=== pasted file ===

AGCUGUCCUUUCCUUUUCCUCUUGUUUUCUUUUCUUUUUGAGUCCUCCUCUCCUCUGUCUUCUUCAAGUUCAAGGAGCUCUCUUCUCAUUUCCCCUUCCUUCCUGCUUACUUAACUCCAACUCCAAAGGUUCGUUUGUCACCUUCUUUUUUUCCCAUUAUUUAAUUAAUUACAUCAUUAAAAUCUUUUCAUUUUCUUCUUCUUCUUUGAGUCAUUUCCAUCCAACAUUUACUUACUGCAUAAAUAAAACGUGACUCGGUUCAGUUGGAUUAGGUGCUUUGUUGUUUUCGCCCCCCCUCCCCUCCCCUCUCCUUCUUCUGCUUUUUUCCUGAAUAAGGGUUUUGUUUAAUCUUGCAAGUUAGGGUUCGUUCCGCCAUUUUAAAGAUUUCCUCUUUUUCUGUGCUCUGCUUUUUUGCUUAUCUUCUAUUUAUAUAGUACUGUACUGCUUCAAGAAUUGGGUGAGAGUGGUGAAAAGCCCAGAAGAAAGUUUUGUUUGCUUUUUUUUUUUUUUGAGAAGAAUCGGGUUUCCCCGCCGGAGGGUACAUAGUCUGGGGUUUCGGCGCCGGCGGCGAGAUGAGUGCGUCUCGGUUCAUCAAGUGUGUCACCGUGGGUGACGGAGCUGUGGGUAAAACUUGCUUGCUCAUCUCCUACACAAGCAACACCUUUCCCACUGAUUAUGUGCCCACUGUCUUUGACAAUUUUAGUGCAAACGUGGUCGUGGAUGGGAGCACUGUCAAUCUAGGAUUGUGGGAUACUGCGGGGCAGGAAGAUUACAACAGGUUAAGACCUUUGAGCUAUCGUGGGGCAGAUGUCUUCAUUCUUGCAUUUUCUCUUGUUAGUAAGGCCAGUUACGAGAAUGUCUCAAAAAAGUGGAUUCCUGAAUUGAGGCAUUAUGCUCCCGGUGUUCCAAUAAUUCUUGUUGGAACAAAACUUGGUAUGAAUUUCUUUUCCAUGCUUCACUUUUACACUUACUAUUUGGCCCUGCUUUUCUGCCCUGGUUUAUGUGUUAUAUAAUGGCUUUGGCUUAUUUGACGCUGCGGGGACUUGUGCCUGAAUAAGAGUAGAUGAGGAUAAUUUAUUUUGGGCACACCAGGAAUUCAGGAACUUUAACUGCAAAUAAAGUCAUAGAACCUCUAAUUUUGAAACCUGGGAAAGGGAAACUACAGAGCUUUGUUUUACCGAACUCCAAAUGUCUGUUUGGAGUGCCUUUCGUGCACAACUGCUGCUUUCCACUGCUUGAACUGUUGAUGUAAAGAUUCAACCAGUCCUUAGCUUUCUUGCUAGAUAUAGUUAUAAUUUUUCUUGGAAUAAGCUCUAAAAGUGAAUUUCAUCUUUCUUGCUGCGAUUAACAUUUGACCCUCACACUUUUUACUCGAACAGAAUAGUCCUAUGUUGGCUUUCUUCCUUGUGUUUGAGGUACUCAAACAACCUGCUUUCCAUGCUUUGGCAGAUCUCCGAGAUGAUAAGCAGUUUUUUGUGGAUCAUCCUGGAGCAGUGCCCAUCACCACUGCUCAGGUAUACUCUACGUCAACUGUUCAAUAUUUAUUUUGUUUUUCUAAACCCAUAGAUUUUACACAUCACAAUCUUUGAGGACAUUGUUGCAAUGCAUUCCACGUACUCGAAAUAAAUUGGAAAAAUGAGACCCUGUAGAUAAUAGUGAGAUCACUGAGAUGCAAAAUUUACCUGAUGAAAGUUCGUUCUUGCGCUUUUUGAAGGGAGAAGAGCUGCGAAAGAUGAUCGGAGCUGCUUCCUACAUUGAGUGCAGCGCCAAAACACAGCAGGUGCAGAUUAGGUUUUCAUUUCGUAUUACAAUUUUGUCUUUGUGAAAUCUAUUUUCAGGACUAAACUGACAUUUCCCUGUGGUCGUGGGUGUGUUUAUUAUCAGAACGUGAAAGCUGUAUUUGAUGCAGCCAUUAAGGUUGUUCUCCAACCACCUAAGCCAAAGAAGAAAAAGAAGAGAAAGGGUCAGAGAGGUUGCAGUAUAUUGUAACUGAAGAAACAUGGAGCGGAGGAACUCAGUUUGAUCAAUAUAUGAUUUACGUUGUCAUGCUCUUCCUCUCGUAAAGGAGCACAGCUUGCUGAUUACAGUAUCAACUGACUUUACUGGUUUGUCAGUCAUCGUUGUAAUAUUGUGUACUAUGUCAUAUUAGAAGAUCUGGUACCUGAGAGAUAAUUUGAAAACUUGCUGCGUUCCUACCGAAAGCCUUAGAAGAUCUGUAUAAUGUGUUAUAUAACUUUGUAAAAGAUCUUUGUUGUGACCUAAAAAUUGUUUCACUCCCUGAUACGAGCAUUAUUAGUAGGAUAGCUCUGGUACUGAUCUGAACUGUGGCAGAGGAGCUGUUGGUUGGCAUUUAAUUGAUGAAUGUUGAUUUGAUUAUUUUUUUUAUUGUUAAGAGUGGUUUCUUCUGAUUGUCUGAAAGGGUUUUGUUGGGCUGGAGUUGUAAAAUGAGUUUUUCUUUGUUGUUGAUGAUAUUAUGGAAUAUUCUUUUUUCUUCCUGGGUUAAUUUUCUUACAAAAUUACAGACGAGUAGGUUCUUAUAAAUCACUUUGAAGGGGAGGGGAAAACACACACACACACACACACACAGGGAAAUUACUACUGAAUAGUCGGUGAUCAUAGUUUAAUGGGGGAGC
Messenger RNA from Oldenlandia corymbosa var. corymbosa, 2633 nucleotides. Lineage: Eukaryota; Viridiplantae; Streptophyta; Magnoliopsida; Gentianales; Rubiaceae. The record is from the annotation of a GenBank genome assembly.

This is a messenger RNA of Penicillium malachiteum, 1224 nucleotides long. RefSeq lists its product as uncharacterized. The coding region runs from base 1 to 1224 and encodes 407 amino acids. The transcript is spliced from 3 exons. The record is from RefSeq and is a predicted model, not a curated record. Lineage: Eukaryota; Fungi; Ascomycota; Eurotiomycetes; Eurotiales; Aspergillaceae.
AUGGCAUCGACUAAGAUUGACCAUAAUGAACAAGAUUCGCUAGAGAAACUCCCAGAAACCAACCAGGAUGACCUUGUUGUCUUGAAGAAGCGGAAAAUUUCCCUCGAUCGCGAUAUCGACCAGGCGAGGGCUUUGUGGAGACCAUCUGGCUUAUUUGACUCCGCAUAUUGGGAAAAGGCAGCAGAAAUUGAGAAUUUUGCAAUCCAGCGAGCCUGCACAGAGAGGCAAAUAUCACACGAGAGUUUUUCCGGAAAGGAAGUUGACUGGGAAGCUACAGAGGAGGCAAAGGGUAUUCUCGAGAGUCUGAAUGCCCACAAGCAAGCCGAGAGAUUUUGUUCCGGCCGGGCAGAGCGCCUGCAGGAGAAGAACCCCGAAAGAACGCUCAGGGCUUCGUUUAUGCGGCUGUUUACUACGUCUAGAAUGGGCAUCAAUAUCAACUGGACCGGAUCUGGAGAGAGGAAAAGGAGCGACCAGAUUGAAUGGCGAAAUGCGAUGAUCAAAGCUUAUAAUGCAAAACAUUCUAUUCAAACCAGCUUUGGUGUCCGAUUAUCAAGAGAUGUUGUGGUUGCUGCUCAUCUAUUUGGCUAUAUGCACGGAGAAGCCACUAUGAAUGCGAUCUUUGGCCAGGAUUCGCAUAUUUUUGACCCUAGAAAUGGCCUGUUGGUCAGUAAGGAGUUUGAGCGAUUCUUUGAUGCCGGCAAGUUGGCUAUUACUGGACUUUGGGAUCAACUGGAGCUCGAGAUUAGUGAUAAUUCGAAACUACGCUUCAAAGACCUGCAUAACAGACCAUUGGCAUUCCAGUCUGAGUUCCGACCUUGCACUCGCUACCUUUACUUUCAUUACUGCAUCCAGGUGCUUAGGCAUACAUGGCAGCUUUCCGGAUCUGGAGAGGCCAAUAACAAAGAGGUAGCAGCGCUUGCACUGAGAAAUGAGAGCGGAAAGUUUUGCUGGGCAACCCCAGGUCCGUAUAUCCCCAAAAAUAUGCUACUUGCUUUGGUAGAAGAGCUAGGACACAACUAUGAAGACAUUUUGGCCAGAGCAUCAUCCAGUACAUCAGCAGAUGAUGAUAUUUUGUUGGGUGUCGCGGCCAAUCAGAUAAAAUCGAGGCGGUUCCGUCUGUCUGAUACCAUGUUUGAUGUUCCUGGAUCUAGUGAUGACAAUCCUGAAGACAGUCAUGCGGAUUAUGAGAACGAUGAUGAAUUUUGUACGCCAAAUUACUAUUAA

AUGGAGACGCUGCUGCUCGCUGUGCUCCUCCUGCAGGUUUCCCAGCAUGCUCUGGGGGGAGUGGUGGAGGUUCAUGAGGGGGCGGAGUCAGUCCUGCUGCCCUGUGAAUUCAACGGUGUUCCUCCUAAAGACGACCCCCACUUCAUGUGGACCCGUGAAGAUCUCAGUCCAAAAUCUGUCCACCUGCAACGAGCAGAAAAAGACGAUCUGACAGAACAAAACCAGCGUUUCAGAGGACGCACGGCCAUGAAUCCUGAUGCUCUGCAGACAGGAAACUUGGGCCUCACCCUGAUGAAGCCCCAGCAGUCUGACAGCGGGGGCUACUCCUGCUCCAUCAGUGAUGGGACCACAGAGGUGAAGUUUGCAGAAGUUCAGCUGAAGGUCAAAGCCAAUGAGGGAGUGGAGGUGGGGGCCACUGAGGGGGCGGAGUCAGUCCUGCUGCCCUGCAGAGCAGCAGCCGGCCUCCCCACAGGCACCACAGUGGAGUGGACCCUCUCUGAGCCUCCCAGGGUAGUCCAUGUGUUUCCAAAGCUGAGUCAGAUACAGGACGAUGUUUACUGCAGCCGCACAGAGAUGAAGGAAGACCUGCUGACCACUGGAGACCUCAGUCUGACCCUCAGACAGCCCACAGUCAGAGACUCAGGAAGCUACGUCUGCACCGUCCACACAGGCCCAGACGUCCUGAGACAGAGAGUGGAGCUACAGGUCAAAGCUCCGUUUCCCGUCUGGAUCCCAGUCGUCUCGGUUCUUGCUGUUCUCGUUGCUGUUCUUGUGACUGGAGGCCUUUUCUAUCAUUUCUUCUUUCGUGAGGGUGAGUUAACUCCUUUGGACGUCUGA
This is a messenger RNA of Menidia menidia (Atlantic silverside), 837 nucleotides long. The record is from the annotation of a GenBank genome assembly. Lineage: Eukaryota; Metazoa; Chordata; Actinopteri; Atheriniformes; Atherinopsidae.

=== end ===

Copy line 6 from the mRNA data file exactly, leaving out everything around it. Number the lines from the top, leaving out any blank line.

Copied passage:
This is a messenger RNA of Menidia menidia (Atlantic silverside), 837 nucleotides long. The record is from the annotation of a GenBank genome assembly. Lineage: Eukaryota; Metazoa; Chordata; Actinopteri; Atheriniformes; Atherinopsidae.